I'm resuming work on the project I started shortly after BEAST. It's a Sci-Fi film in which I hope to use Daz 3D character models . Yes, they're way too high in polycount, but tomorrow I hope to shed some light on it all (should be very interesting), along with the part the recently released Craytalk 5 will play in the film. What's more, I was given a sneak peak at Iclone 3 and it's got me very excited! But enough for today. check back later for more happenings at Binary Picture Show and my thoughts on IC3!
Sep 20, 2007 at 9/20/2007 07:23:00 AM | 0 Comments
Well, Beast is finally out and from the response it received at its premiere all its aims where met. For those who haven't yet seen it, here's the youtube upload.
The time spent working on the story was worth it, and it has indeed turned out to be an emotional film. As such the facial animation played a key role and as someone who's watched it without, it makes a big difference. Of course the time spent trying to get it done in time for the Europe Machinima fest wasn't worth it, as it didn't get nominated but I'm hoping this flic is of a level that will see a Binary Picture Show film doing alright at other festivals. Thanks a lot to the guys at Machiniplex.com for organising the release event, and you can see a high quality stream of it over there, or at Stage6. Stay tuned cause I should soon be posting some notes on the film's production for those interested in how the creation process went.
Aug 25, 2007 at 8/25/2007 01:53:00 PM | 2 Comments
The last test video (Meet the heavy Spoof) went well. I definitely intend to use this method on the new 'Bouncers' series, but before I commit to it entirely we'll actually be making a short film that will rely heavily on the technique, to see just how far we can push it and if it's really feasible to do it for a runtime above 1 minute. So this test project is called 'Beast' and it's heavy on the dialogue. One problem Machinima has almost always been plagued by since inception is the lack of emotional expression available. Facial animation was always difficult to implement and on the whole emotional Machinima has had to rely solely on audio. Great actors and a few choice tunes were really all you could do, and you don't need to be a veteran to know that great acting is rare.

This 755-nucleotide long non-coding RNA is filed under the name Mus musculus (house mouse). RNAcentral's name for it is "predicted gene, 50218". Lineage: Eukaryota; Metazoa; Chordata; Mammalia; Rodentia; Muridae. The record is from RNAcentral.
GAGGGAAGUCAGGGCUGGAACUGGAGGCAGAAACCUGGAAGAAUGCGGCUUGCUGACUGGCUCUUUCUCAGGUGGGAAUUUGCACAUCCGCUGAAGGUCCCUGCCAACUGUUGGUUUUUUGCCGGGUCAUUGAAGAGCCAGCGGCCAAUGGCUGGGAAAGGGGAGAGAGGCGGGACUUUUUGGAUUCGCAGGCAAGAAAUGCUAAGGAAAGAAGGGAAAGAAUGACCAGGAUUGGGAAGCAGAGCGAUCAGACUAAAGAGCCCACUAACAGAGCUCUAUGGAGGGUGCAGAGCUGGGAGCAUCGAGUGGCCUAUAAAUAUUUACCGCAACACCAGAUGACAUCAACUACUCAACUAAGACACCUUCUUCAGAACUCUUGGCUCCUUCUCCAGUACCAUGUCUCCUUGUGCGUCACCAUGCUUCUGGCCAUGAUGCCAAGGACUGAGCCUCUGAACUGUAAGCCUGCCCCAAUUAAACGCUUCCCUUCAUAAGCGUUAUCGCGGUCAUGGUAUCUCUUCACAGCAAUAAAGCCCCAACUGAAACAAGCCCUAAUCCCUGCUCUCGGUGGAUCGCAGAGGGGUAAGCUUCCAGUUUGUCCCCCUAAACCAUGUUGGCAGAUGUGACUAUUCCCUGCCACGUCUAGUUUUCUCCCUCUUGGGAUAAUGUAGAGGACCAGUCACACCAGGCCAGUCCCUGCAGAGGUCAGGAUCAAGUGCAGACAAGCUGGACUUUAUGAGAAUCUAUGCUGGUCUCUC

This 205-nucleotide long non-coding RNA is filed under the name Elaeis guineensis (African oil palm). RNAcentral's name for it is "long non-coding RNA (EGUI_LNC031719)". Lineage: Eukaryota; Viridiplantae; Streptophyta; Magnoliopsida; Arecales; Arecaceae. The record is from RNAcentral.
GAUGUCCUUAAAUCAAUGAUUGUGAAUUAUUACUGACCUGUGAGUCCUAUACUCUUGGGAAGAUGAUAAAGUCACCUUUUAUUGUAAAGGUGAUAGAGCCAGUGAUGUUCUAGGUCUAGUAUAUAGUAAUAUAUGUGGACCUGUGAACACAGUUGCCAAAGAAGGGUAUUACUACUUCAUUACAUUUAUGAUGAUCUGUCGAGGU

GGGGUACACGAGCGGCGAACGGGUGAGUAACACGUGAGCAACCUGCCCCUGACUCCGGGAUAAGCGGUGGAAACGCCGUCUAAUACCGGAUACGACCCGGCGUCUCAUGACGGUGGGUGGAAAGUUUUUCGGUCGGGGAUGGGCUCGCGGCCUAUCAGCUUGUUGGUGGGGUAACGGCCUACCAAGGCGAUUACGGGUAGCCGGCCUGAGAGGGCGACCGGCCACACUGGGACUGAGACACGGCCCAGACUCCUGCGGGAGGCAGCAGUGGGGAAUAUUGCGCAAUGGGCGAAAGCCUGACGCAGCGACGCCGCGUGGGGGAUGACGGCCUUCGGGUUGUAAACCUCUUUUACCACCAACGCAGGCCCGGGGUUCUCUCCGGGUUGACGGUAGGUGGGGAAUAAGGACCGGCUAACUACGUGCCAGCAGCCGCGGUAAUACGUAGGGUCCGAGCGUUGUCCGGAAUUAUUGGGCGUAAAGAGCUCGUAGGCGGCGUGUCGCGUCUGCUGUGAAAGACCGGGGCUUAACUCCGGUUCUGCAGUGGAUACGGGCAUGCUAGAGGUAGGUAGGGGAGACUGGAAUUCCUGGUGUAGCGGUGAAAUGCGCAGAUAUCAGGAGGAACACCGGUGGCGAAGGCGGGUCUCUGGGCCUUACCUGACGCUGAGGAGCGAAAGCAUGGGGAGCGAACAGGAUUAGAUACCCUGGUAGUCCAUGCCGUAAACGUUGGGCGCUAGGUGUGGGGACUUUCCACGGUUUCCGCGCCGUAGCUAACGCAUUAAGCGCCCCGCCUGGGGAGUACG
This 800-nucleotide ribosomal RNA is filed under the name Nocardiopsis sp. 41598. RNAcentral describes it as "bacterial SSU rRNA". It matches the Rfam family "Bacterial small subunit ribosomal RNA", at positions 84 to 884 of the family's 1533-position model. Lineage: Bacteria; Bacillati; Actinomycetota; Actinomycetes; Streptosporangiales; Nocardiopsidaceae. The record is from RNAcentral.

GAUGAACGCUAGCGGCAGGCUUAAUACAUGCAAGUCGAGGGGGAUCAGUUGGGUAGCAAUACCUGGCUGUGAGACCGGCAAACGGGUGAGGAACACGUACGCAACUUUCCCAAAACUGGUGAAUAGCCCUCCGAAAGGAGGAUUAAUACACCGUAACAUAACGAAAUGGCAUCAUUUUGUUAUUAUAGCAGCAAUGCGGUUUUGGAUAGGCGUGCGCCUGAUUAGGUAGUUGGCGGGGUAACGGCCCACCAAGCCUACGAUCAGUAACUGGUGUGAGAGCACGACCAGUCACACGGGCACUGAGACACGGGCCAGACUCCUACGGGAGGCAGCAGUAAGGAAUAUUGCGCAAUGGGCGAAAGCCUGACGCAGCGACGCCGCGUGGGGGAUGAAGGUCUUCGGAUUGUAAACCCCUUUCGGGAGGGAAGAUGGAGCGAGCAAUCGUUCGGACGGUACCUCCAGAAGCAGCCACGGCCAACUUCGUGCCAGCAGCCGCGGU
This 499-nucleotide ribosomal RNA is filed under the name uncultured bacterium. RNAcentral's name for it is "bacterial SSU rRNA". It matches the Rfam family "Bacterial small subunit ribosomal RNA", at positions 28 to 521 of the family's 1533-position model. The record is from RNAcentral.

Thankfully now, there is Half-Life 2 and UT2K4. However many of the popular engines still have no lip syncing tools. The Sims 2 is a great example. The film dialogue has to be laid over characters who are actually moving their lips to something else (ie lines from the game). Because of this I've always thought the technique relied too much on luck, or accidents. Facial expression's are do-able using a few tricks, but it's not really possible to get a range of emotions to be as fluid as in an engine with a dedicated tool. Another great example is Second Life. Highly popular for Machinima, but unlike it's counterpart, There.com, it doesn't come with lip sync abilities. And this is where it get's interesting. It's becoming popular, not just in Second Life but also other lip sync lacking engines, to use Crazy Talk. This way you could potentially lip synch any engine, although some video editing is often required, and it can be extensive.
In Machinima's progress, not only are we seeing better graphics as the engines improve, but also a greater ability to connect with the audience. It's from this 'fight for emotion' that 'Beast' will be born. With any luck the facial animation will do what the voice acting cannot, as we are one of the many groups who don't have easy access to great actors. 'Beast' is designed in such a way that the facial animation is not a nice extra, but rather an absolute necessity. Simply having lips move is not enough anymore, and not having them move at all.... So hopefully in a week, we'll have some interesting results. We've been working on it for almost 3 weeks now so it's very close.